4. "Verdict of $35,000 was grossly excessive, both indicating passion and prejudice and so excessive as to shock the conscience of the court." The court then set out detailed facts: appellant was never hospitalized; he did not see private doctor until February 3, 1961; and appellant was not handicapped in Air Force duties, but was recommended for advancement; no loss of income.

The granting of a new trial on the ground that the verdict is so excessive as to unmistakably indicate that it was the product of passion or prejudice is, of course, a matter within the discretion of the trial court, but such an order can and should be set aside where there is a manifest abuse of discretion.... The verdict does not appear to be excessive if the evidence favorable to the appellant's claim was believed, and it was within the province of the jury to believe it. Coleman v. George, 62 Wn.2d 840, 843, 384 P.2d 871 (1963).

In Worthington v. Caldwell, supra, we held, at 273:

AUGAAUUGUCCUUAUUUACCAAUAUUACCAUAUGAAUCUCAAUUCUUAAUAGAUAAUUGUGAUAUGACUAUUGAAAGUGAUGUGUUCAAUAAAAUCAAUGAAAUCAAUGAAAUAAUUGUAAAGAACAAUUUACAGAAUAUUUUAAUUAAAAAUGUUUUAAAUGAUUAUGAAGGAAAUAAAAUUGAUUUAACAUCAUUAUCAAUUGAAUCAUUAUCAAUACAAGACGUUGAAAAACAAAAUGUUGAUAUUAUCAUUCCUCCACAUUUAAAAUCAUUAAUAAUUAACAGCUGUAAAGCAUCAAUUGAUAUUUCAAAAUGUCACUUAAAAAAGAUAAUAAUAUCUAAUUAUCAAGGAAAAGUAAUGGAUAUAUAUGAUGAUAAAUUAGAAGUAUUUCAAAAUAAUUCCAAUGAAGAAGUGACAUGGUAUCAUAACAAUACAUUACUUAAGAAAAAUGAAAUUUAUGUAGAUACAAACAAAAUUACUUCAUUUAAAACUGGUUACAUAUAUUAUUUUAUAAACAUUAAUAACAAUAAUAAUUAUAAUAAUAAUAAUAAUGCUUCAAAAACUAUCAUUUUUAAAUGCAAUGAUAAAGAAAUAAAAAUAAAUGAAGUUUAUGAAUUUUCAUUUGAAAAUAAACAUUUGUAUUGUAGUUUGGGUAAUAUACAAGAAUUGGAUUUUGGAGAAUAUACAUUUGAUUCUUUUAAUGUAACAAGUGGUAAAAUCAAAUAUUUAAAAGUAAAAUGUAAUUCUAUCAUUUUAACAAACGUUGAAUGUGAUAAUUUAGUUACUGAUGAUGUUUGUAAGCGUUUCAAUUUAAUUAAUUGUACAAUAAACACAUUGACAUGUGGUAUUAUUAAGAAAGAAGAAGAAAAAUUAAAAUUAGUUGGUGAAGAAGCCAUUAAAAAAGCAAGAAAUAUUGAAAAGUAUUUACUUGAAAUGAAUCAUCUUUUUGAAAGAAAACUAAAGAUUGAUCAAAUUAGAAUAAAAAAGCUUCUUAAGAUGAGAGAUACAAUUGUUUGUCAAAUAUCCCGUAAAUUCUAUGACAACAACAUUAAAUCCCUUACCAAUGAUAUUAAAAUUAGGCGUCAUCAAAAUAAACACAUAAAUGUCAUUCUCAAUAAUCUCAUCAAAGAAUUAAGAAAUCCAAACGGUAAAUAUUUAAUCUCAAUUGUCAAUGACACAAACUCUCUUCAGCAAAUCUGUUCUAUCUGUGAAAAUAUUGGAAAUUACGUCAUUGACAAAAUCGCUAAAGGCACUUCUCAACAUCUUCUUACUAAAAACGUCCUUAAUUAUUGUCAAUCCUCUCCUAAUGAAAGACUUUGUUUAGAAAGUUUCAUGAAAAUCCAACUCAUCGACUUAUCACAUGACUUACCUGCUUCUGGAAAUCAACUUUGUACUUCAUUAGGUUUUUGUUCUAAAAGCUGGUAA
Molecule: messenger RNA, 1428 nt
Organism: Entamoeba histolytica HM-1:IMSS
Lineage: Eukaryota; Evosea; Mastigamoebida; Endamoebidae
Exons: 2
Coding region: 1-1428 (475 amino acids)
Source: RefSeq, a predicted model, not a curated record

Questions of damages should be decided by the jury and, once the jury renders its verdict, a statutory presumption exists that they have found correctly. [Citing case.] Nor should the trial court substitute its judgment for that of the jury as to the amount of damages. [Citing cases.]

In Day v. Frazer, 59 Wn.2d 659, 369 P.2d 859 (1962), the case of Pritchett v. Seattle, 53 Wn.2d 521, 335 P.2d 31, was quoted at 665:

*225 "It is the province of the jury to weigh the evidence, under proper instructions, and determine the facts, and to believe or disbelieve any witness whose testimony it is called upon to consider; and the finding of the jury, upon substantial, conflicting evidence properly submitted to it, is final. [Citing case.]"

In the case at bar, there was practically no conflict in the evidence. The only possible conflict was whether appellant suffered a sprain or a strain; and whether there was a disc injury in his back. These were questions for the jury and they had a right to believe any of the doctors testifying. It is apparent they believed Doctors Swindler and Rankin, even if we disregard Dr. O'Neil entirely.

5. In addition to the above reasons, substantial justice has not been done. At conclusion of the second day, while testifying, appellant appeared overcome with emotion. (The trial was then recessed for the day.) There was no evidence that appellant was suffering either psychological disabilities or under any particular physical pain. Next day no explanation was given to the jury regarding the emotional reaction.